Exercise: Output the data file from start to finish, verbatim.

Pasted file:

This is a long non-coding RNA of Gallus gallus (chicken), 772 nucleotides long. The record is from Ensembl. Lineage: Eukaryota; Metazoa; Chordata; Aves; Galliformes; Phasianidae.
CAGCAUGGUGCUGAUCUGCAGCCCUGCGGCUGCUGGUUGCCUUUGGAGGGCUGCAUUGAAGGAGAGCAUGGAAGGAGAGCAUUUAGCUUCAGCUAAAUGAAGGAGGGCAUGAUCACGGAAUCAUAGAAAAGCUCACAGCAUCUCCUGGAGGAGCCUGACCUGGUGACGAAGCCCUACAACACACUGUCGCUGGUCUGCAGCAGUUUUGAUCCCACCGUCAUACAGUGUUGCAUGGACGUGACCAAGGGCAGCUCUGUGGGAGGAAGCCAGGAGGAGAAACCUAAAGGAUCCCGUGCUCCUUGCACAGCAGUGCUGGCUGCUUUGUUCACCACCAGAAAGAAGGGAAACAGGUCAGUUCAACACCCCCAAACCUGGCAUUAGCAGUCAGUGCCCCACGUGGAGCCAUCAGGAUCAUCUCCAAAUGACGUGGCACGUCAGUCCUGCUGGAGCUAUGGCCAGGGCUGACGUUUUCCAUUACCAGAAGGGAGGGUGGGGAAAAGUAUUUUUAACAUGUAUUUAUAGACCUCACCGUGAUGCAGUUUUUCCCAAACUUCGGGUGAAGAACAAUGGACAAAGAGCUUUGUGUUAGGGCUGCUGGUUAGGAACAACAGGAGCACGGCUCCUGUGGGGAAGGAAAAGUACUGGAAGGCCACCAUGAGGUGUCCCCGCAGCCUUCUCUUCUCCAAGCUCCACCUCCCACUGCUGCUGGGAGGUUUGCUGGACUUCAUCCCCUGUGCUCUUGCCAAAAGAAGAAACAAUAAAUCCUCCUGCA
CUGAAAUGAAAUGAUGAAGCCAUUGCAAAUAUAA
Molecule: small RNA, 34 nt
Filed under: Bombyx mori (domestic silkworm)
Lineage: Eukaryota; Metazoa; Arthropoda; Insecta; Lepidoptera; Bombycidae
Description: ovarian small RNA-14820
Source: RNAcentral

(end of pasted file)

This is a long non-coding RNA of Gallus gallus (chicken), 772 nucleotides long. The record is from Ensembl. Lineage: Eukaryota; Metazoa; Chordata; Aves; Galliformes; Phasianidae.
CAGCAUGGUGCUGAUCUGCAGCCCUGCGGCUGCUGGUUGCCUUUGGAGGGCUGCAUUGAAGGAGAGCAUGGAAGGAGAGCAUUUAGCUUCAGCUAAAUGAAGGAGGGCAUGAUCACGGAAUCAUAGAAAAGCUCACAGCAUCUCCUGGAGGAGCCUGACCUGGUGACGAAGCCCUACAACACACUGUCGCUGGUCUGCAGCAGUUUUGAUCCCACCGUCAUACAGUGUUGCAUGGACGUGACCAAGGGCAGCUCUGUGGGAGGAAGCCAGGAGGAGAAACCUAAAGGAUCCCGUGCUCCUUGCACAGCAGUGCUGGCUGCUUUGUUCACCACCAGAAAGAAGGGAAACAGGUCAGUUCAACACCCCCAAACCUGGCAUUAGCAGUCAGUGCCCCACGUGGAGCCAUCAGGAUCAUCUCCAAAUGACGUGGCACGUCAGUCCUGCUGGAGCUAUGGCCAGGGCUGACGUUUUCCAUUACCAGAAGGGAGGGUGGGGAAAAGUAUUUUUAACAUGUAUUUAUAGACCUCACCGUGAUGCAGUUUUUCCCAAACUUCGGGUGAAGAACAAUGGACAAAGAGCUUUGUGUUAGGGCUGCUGGUUAGGAACAACAGGAGCACGGCUCCUGUGGGGAAGGAAAAGUACUGGAAGGCCACCAUGAGGUGUCCCCGCAGCCUUCUCUUCUCCAAGCUCCACCUCCCACUGCUGCUGGGAGGUUUGCUGGACUUCAUCCCCUGUGCUCUUGCCAAAAGAAGAAACAAUAAAUCCUCCUGCA
CUGAAAUGAAAUGAUGAAGCCAUUGCAAAUAUAA
Molecule: small RNA, 34 nt
Filed under: Bombyx mori (domestic silkworm)
Lineage: Eukaryota; Metazoa; Arthropoda; Insecta; Lepidoptera; Bombycidae
Description: ovarian small RNA-14820
Source: RNAcentral